What is the Cockney Dialect?

Mary McMahon

The cockney dialect is an English dialect spoken in the East End of London, although the area in which it is spoken has shrunk considerably. It is typically associated with working class citizens of London, who were called cockneys, and it contains several distinctive traits that are known to many English speakers, as the dialect is rather famous. Some students of linguistics have become concerned that the cockney dialect may fall out of spoken English, due to the influence of multicultural immigrants in London who have added their own regional slang and speech patterns to the dialect.

Woman with a flower
Woman with a flower

The term “cockney” comes from a Middle English word, cokenei, which means “city dweller.” It is probably derived from a medieval term referring to the runt of a litter or clutch of eggs, which was used pejoratively to refer to people living in the then crowded, disease ridden, and dirty cities. The distinctive accent of working class Londoners, especially those living in the East End, was remarked upon by observers as long ago as the 17th century.

The primary characteristics of cockney dialect include the dropping of the letter “H” from many words, the use of double negatives, contractions, and vowel shifts which drastically change the way words sound. In addition, many consonants or combinations are replaced with other sounds, as is the case in “frushes” for “thrushes.” In some cases, the final consonant of a word is also dropped, for example “ova” for “over.” Many of the traits of cockney speech suggest the lower classes to some observers; for example, the use of “me” to replace “my” in many sentences is usually associated with a less than perfect understanding of the English language.

One of the more unique aspects of cockney speech is cockney rhyming slang. Although rhyming slang is not used as extensively as some fanciful individuals might imagine, aspects of it are certainly used in daily speech. In cockney rhyming slang, a word is replaced with a phrase, usually containing a word which rhymes with the original word, for example “dog and bone” for “telephone.” Often, a word from the phrase is used as shorthand to refer to the initial word, as is the case with “porkies” for “lies,” derived from the rhyming slang “porkies and pies.”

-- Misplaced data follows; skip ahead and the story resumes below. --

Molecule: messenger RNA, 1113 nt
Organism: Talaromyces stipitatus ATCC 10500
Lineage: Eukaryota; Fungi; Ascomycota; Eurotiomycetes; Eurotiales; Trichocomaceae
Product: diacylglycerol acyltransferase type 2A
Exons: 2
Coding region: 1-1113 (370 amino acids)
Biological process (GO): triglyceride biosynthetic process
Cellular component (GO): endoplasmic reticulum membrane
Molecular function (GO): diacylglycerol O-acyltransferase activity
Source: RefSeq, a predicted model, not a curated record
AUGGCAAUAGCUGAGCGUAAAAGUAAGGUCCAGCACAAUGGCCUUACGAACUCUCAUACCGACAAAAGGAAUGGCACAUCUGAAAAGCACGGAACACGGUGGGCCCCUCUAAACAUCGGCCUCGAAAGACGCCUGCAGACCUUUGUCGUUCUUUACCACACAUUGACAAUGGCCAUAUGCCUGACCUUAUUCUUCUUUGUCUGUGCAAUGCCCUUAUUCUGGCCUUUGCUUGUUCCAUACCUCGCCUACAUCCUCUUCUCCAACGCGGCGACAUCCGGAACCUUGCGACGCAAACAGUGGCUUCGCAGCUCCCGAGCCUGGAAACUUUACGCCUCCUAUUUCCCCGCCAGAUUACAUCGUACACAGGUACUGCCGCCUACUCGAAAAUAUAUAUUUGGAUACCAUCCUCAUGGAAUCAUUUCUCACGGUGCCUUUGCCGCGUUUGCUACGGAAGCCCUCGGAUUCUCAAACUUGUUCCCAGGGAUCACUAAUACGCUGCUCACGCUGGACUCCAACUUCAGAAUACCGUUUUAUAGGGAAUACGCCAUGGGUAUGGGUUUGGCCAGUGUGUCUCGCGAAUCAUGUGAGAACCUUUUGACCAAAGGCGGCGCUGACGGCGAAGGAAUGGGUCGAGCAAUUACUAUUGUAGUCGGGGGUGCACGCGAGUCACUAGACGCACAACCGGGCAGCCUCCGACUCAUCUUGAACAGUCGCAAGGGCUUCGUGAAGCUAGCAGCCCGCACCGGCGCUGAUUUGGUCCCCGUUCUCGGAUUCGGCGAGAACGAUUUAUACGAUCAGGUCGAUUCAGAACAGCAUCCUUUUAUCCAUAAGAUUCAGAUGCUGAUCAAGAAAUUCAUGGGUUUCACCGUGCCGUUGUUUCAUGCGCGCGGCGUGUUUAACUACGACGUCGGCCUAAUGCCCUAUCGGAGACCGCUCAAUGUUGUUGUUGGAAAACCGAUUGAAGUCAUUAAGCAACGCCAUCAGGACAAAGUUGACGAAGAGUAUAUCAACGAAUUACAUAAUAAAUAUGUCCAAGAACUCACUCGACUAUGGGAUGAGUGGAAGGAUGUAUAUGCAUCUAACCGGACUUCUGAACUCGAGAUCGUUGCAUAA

Cockney speech can be extremely difficult to understand, especially for Americans, as it is littered with word replacements thanks to rhyming slang, cultural references, and shifts in vowels and consonants which can render words incomprehensible to the listener. Like other unique dialects, a thick cockney accent can seem almost like another language. Care should also be taken when attempting to mimic it, as the cockney dialect can be very slippery, especially when it comes to the use of rhyming slang, and native users may be confused or amused by the attempts of a non-native.

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Discussion Comments


I am a cockney, not a bad attempt in post. no. 2, but slightly exaggerated.

How about this?

"I've just spilt a loada rosy (rosy lee) daan me jekylls (jekyll and hide = strides = trousers) an naa there bleedin filfy!"

I've just spilled a load of tea down my trousers and now they are bleeding filthy!


@BabaB - Many years ago, I took a trip to London and I did hear a lot of cockney speaking. It's very hard to understand because letter sounds are dropped and there's a lot of rhyming slang. It sounds kind of harsh and the words come from down in the chest.

I'll give it a try and write a couple of sentences in cockney.

Why don't you come over to my brother's house for dinner? = Why don't you come ova to me bruvver's ouse for dinna?

Will you have a drink of water and a little bit of bread with a bit of butter on it? = Will you ave a drin'of wa'er and a lile bi of breab wiv a bi of bu'er on i'?

Practice these. They're fun to say.


I've never heard anyone speak cockney, except maybe on TV. Can anyone write a few sentences of cockney speech? It's pretty crazy slang.

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